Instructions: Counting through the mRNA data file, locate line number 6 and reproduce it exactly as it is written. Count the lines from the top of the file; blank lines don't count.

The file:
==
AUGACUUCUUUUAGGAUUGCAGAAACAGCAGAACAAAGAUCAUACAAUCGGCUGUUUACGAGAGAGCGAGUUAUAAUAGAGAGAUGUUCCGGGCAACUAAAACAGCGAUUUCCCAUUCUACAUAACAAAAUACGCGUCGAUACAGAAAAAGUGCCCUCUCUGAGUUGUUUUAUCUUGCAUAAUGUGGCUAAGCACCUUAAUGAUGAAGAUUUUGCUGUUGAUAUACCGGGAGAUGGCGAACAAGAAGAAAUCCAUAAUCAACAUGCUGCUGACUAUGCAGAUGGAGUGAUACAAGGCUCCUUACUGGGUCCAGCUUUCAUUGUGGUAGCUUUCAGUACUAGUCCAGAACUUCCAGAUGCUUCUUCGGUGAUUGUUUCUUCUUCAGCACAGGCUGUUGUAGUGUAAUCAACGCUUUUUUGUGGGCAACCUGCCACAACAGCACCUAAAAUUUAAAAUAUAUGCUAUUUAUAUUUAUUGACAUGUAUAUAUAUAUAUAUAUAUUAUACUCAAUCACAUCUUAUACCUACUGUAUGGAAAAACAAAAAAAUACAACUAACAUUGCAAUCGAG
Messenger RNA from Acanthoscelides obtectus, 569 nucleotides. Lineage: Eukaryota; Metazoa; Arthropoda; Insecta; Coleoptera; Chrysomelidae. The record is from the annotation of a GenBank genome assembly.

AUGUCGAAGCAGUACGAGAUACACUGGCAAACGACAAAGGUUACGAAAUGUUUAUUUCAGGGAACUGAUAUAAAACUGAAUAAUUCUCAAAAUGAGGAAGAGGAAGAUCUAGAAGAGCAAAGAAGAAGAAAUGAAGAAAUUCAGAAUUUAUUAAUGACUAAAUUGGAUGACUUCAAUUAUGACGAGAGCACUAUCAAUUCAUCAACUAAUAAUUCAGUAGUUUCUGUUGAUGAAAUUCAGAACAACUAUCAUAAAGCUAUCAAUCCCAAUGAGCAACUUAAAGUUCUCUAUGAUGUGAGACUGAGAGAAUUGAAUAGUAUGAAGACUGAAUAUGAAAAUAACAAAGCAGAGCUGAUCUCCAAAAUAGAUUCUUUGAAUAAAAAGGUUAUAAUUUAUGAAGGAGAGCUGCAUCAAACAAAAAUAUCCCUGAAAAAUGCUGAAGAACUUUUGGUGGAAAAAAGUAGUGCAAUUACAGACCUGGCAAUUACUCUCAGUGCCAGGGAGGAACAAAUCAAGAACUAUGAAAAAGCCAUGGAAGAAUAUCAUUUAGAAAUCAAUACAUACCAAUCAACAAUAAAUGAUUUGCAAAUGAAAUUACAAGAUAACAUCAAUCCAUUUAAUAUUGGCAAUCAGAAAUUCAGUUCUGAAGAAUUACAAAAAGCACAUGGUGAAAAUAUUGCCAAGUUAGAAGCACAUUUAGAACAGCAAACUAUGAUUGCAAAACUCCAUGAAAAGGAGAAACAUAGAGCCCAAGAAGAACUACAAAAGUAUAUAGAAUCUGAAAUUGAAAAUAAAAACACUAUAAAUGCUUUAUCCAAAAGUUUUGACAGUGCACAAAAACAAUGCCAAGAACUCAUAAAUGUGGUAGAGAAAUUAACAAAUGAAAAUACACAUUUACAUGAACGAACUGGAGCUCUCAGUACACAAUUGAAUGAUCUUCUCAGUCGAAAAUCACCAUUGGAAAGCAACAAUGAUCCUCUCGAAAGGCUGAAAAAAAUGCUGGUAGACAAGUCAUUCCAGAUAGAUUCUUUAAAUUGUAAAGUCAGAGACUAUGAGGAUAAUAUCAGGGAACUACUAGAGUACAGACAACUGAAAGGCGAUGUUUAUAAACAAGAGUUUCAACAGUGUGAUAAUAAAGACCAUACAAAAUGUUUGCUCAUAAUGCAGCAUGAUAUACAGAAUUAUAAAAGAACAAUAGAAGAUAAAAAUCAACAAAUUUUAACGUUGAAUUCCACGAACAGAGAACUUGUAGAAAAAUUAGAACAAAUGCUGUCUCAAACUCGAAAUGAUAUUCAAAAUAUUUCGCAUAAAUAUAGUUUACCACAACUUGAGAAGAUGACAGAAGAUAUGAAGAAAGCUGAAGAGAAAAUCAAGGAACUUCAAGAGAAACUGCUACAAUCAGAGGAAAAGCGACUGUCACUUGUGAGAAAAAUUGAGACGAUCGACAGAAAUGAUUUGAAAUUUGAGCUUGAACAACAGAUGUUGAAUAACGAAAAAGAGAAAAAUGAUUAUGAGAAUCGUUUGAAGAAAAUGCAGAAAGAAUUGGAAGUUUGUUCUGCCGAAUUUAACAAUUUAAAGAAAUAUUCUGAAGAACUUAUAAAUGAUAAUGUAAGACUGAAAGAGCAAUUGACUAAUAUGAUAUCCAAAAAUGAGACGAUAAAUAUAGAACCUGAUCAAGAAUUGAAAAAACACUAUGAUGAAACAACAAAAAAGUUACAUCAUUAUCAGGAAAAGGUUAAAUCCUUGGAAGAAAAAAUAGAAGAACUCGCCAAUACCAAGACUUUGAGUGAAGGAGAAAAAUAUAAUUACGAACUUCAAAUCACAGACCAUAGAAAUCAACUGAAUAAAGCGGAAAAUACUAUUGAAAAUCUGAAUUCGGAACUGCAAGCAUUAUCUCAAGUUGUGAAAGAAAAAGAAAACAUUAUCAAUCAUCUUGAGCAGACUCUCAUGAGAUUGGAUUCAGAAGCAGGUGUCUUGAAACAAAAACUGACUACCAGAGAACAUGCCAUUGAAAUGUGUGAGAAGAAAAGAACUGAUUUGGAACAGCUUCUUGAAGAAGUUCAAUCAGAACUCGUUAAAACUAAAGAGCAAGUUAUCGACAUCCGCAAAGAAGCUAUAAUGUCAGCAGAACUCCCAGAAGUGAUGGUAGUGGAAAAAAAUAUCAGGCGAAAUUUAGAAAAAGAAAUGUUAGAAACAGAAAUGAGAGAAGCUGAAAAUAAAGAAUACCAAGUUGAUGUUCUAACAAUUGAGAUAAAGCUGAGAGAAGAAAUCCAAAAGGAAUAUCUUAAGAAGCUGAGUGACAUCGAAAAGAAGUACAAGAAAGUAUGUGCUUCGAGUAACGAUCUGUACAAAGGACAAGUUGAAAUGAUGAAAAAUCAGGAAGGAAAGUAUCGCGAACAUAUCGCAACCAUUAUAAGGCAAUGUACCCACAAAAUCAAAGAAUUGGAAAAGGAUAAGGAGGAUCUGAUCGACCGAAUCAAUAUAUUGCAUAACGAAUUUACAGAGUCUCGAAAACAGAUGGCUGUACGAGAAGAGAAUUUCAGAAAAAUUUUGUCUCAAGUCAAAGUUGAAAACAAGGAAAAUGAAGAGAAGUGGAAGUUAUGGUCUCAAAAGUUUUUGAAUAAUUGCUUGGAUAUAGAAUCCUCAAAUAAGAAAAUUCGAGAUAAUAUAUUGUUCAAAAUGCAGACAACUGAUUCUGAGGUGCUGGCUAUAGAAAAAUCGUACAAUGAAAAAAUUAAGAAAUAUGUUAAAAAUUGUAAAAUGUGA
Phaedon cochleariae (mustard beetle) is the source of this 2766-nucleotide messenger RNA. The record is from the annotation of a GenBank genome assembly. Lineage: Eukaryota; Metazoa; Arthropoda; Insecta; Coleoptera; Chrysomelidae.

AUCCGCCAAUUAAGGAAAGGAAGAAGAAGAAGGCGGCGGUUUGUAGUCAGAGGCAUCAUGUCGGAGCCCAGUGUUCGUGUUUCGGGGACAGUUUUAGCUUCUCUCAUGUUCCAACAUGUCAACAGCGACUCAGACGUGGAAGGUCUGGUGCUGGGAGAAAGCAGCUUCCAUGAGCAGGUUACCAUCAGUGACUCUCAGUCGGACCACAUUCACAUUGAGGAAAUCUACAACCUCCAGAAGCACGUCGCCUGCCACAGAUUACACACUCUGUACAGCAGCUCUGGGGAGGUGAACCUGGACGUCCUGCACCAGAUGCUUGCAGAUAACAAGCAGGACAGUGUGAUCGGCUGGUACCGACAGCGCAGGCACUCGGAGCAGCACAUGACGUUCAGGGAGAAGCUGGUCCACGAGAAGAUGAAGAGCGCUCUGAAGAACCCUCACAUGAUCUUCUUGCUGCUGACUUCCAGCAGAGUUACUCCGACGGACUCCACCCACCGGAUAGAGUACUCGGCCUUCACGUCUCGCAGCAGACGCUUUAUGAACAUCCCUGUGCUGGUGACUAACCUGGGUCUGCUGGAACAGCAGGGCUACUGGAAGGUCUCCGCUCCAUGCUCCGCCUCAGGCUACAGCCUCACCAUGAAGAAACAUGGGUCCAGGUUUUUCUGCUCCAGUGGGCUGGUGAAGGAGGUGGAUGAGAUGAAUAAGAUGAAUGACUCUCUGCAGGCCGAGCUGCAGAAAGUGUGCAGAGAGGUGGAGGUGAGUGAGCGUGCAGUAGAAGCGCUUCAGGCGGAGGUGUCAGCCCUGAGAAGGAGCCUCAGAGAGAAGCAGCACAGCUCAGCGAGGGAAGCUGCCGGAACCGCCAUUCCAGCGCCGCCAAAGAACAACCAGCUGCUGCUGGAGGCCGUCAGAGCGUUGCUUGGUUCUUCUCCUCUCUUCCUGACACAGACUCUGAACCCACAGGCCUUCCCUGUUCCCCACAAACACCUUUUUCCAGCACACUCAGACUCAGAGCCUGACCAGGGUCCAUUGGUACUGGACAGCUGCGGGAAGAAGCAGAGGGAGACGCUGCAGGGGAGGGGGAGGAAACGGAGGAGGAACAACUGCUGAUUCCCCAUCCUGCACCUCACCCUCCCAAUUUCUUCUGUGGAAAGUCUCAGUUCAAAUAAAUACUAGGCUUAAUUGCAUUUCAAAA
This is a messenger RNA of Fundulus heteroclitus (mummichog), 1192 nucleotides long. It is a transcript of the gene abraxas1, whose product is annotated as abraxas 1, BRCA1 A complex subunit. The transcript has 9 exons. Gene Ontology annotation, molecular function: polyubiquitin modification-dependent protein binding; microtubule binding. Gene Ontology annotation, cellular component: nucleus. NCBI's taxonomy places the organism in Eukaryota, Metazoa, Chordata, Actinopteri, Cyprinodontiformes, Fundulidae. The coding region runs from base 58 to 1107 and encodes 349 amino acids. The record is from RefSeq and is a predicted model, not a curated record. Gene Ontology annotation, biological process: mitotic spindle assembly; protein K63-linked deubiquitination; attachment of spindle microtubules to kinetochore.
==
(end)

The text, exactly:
This is a messenger RNA of Fundulus heteroclitus (mummichog), 1192 nucleotides long. It is a transcript of the gene abraxas1, whose product is annotated as abraxas 1, BRCA1 A complex subunit. The transcript has 9 exons. Gene Ontology annotation, molecular function: polyubiquitin modification-dependent protein binding; microtubule binding. Gene Ontology annotation, cellular component: nucleus. NCBI's taxonomy places the organism in Eukaryota, Metazoa, Chordata, Actinopteri, Cyprinodontiformes, Fundulidae. The coding region runs from base 58 to 1107 and encodes 349 amino acids. The record is from RefSeq and is a predicted model, not a curated record. Gene Ontology annotation, biological process: mitotic spindle assembly; protein K63-linked deubiquitination; attachment of spindle microtubules to kinetochore.